A surprise weigh-in at the pediatrician’s office broke me. Here is what I learned.

My 2 year old son third baby girl in the family, cried out at the sight of the nurse who had given her vaccinations months earlier. But all the nurse asked today was for my daughter to step on a scale. She had gone from the infant scale – which required stripping completely naked and lying down in a cold, uncomfortable receptacle – to the standard that adults use.

Despite the simple request, my little girl refused, moaning until she was almost purple in her face, the memory of her last round of vaccinations still firmly imprinted.

I hugged her, trying unsuccessfully to calm her down. The nurse looked me in the eye. “Step on the scale with her,” she said.

Again, it was a simple request, but I wanted to refuse and moan like my daughter. With bated breath, I stepped on the scale anyway. I pulled myself off the platform and handed my daughter, who was now screaming louder, to the nurse as I prepared for the solo ride back to complete the arithmetic: I knew that would be a plus a lot more than I had hoped and possibly the heaviest I’ve ever been as a non-pregnant adult. After all, I hadn’t seen many 65-pound 2-year-olds.

I saved my moans for after the date, when I called my husband from the car, “How did this happen to me?” I screamed. He said all the good things a spouse is supposed to say – you’re beautiful; it fits you well; if you want to lose weight, I will do it with you.

You might think I was upset with the actual number – and partly I was – or that I lamented that I didn’t politely explain to the nurse why I wasn’t stepping on the scale – my daughter was in good health, she had never deviated greatly from the growth curve, and we could always come back when she felt less upset.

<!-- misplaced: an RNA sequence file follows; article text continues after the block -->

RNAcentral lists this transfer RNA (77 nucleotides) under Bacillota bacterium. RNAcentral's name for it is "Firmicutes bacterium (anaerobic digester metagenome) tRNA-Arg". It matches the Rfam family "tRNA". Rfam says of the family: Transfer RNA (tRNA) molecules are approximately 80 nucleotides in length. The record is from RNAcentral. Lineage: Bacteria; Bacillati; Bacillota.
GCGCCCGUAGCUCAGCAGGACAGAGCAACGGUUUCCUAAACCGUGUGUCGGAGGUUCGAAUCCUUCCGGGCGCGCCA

But I was actually wondering this: how, at 38 and after three kids, could a number on the scale upset me?

From around 7 or 8 years old, the world taught me about the female body – what was acceptable and what was not. In the back of my neighbor Joey’s parents’ car, Joey pointed to our pale legs exposed from our shorts and squashed on the bench seat: “Why are your legs so much bigger than mine?” ” He asked.

His mother turned away from the front seat in dismay. “We don’t talk about people’s bodies like that, Joey!” Oh, yes, Joey’s mother. We do.

As I was excitedly eating a spaghetti and meatball dinner with my cousins ​​after a fun day at the beach, a cousin told me I was chubby. I can still feel the outrage as I insisted I ran the third-grade mile test in under eight minutes. Even then, I felt the need for explanation, to condition my height to my athletic abilities.

I was the biggest friend of mine in high school, and I backed off when they paired up with the boys and swing dancing (a genre that saw a resurgence during the heyday of ska in the 90s), embarrassed the boys might not be able to throw me over their shoulders like they did with the other girls.

Sports saved me for a while: I played on the varsity field hockey and lacrosse teams for all four years of high school. It didn’t matter how much I weighed or how I looked, as long as I could “put the cookie in the basket”, as one of my coaches said.